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Il sapere tecnico-scientifico di Leonardo come premessa del cantiere moderno
Construction sites during the renaissance period were influenced greatly by Brunelleschi’s revolutionary construction site practice of separating the designer from the worker. One who supervises the construction activity, Architect / Planner / Coordinator or Director, from one who performs the hands on work, Master Mason / Masons / Carpenters / Blacksmiths and general laborers?
Differentiating from the traditional teaching of the Architect’s work shop, were the Architect and designers would work alongside and with the skilled trades. So not only were they responsible to organize the construction phase of the project, they also engaged in the construction site preparations such as temporary works, scaffolding and rigging.
Leonardo at twenty must have been stunned from what he saw when he and Verrocchio visited Brunelleschi’s construction site at S. Maria del Fiore. They were there in order to put on the lantern, the big brass ball, which was later destroyed by a lightning strike.
Brunelleschi’s dome undoubtedly represented from both an Architectural and technical point of view on of the most interesting works ever built. Leonardo was so impressed by the technical innovations required for such a structure of its size to be built which precluded the use of traditional ribbing. Impressed also by the machinery that Brunelleschi designed and built to transport and lift materials, ramps and scaffolding.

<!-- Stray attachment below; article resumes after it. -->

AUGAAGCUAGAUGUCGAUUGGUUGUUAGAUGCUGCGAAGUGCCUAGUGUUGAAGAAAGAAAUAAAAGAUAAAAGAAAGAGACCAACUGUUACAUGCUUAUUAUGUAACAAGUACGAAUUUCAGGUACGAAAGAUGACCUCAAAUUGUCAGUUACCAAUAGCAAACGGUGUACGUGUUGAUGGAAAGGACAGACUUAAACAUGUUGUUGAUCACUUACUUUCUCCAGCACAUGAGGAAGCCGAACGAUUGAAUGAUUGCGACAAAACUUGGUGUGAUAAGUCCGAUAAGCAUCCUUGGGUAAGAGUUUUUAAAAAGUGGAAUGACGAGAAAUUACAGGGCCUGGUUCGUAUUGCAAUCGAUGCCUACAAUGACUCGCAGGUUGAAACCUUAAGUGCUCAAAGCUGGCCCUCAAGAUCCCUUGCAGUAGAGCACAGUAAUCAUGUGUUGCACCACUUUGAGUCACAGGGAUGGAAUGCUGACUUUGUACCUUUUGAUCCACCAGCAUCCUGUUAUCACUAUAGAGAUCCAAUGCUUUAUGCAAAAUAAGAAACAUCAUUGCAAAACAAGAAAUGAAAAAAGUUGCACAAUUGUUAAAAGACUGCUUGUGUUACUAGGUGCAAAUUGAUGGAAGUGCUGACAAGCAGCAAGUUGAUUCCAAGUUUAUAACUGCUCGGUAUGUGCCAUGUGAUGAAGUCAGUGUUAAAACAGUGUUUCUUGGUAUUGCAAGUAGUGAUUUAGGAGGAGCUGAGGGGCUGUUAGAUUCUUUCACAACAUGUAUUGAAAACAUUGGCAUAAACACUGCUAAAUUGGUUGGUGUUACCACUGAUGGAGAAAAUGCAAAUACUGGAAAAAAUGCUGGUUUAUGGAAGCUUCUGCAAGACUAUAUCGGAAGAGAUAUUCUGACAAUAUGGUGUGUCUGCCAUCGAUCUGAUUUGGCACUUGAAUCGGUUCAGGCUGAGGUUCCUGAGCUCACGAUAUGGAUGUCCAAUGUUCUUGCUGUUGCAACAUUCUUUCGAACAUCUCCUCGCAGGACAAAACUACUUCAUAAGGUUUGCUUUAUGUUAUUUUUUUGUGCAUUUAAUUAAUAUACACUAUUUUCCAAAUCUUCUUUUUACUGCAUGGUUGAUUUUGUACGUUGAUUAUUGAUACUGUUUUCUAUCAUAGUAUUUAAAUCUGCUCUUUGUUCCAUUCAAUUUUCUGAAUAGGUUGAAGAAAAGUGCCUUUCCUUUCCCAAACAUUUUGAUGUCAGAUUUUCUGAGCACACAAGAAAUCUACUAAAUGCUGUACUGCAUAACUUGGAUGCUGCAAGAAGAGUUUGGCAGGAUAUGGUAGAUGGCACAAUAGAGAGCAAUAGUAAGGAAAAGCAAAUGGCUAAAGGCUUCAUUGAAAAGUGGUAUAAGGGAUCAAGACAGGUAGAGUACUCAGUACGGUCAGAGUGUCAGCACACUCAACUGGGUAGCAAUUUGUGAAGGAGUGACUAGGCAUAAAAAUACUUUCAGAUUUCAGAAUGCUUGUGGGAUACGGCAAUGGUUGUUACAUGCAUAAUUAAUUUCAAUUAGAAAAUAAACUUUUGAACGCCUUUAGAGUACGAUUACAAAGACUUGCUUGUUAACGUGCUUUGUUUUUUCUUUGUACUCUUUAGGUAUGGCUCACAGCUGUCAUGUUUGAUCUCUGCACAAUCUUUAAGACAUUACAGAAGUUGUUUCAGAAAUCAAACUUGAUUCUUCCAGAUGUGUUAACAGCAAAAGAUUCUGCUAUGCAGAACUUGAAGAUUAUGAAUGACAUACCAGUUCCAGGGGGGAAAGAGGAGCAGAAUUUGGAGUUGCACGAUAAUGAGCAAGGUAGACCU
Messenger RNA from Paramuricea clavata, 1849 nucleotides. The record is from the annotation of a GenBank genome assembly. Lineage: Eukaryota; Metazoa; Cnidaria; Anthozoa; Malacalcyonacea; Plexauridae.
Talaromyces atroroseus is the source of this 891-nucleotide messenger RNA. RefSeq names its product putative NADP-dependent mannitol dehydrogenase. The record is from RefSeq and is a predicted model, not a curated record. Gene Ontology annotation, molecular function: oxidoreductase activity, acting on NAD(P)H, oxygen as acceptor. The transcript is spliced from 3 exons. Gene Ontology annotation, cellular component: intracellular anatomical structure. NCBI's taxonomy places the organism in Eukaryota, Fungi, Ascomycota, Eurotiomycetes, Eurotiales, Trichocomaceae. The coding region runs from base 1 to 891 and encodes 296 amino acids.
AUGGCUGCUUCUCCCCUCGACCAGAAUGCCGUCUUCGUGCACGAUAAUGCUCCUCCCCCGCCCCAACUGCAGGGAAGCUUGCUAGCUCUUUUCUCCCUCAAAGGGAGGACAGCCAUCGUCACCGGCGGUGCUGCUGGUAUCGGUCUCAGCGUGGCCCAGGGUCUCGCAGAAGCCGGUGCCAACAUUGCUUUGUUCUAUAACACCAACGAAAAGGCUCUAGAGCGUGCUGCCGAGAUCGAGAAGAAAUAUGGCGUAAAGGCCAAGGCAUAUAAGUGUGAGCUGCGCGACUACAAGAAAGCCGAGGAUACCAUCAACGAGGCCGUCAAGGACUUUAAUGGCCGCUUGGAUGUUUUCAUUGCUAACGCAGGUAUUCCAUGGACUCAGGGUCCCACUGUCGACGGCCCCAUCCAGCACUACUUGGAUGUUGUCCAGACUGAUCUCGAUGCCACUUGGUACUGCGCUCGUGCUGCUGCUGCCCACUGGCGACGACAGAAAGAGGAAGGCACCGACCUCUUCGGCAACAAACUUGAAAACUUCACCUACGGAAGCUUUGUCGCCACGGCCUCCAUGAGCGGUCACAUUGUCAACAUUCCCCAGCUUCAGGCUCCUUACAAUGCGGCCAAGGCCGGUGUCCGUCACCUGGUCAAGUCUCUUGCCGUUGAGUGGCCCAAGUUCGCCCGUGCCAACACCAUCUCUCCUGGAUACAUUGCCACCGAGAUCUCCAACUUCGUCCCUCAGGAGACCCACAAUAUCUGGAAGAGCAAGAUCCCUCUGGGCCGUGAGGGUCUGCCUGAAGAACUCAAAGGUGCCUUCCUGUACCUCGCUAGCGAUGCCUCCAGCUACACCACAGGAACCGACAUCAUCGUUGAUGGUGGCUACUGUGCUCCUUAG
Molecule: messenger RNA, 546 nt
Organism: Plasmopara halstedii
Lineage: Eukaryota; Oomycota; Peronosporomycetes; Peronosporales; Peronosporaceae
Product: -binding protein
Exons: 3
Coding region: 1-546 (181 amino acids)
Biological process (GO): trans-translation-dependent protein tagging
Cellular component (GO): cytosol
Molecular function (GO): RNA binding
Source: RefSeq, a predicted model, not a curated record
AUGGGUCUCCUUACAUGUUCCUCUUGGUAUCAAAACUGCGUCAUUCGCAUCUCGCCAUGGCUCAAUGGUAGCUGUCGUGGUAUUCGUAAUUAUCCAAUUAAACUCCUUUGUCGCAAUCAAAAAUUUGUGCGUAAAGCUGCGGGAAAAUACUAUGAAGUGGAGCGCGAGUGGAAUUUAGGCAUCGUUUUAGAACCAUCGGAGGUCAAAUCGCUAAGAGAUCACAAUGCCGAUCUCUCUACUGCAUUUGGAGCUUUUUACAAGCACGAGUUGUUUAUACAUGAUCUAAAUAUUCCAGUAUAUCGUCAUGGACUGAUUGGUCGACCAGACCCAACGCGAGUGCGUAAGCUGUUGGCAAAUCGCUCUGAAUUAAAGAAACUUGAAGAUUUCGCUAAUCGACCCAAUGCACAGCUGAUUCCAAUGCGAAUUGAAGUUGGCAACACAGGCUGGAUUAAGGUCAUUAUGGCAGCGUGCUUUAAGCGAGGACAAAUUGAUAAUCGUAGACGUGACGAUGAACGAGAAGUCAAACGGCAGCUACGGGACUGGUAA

For whatever reason, Brunelleschi did not create any documentation to protect himself against imitation and or plagiarism of his inventions and machine designs. Leonardo must have studied in great depth Brunelleschi designs including the basic principles of the machinery. With inspiration from what he learned from Brunelleschi it allowed Leonardo in future years to become prophet of the modern construction site.
This paper aims to focus on how the modern construction site, in terms of technology and technical terms could be attributed to the genius of Leonardo da Vinci. His contributions include the design of machinery for lifting, slewing cranes, winches, odometers etc. Machines still used today in one way or another and in many forms, according to the requirements and needs of construction sites all around the world, all indebted to their “ancestors”. Leonardo’s studies in the fields of mechanics including pulleys, worm gears, ball bearings was his greatest contribution to this field as it led to the ground work enabling him to design such powerful machines that could drill , excavate, survey and earth moving.
To study the drawings of Codex Atlanticus alongside the history of construction equipment over the centuries will try to answer the question according to a contemporary reading, a plausible answer from the point of view of science and history.
pagine: 107-133
DOI: 10.4399/97888548746267
data pubblicazione: Ottobre 2015
editore: Aracne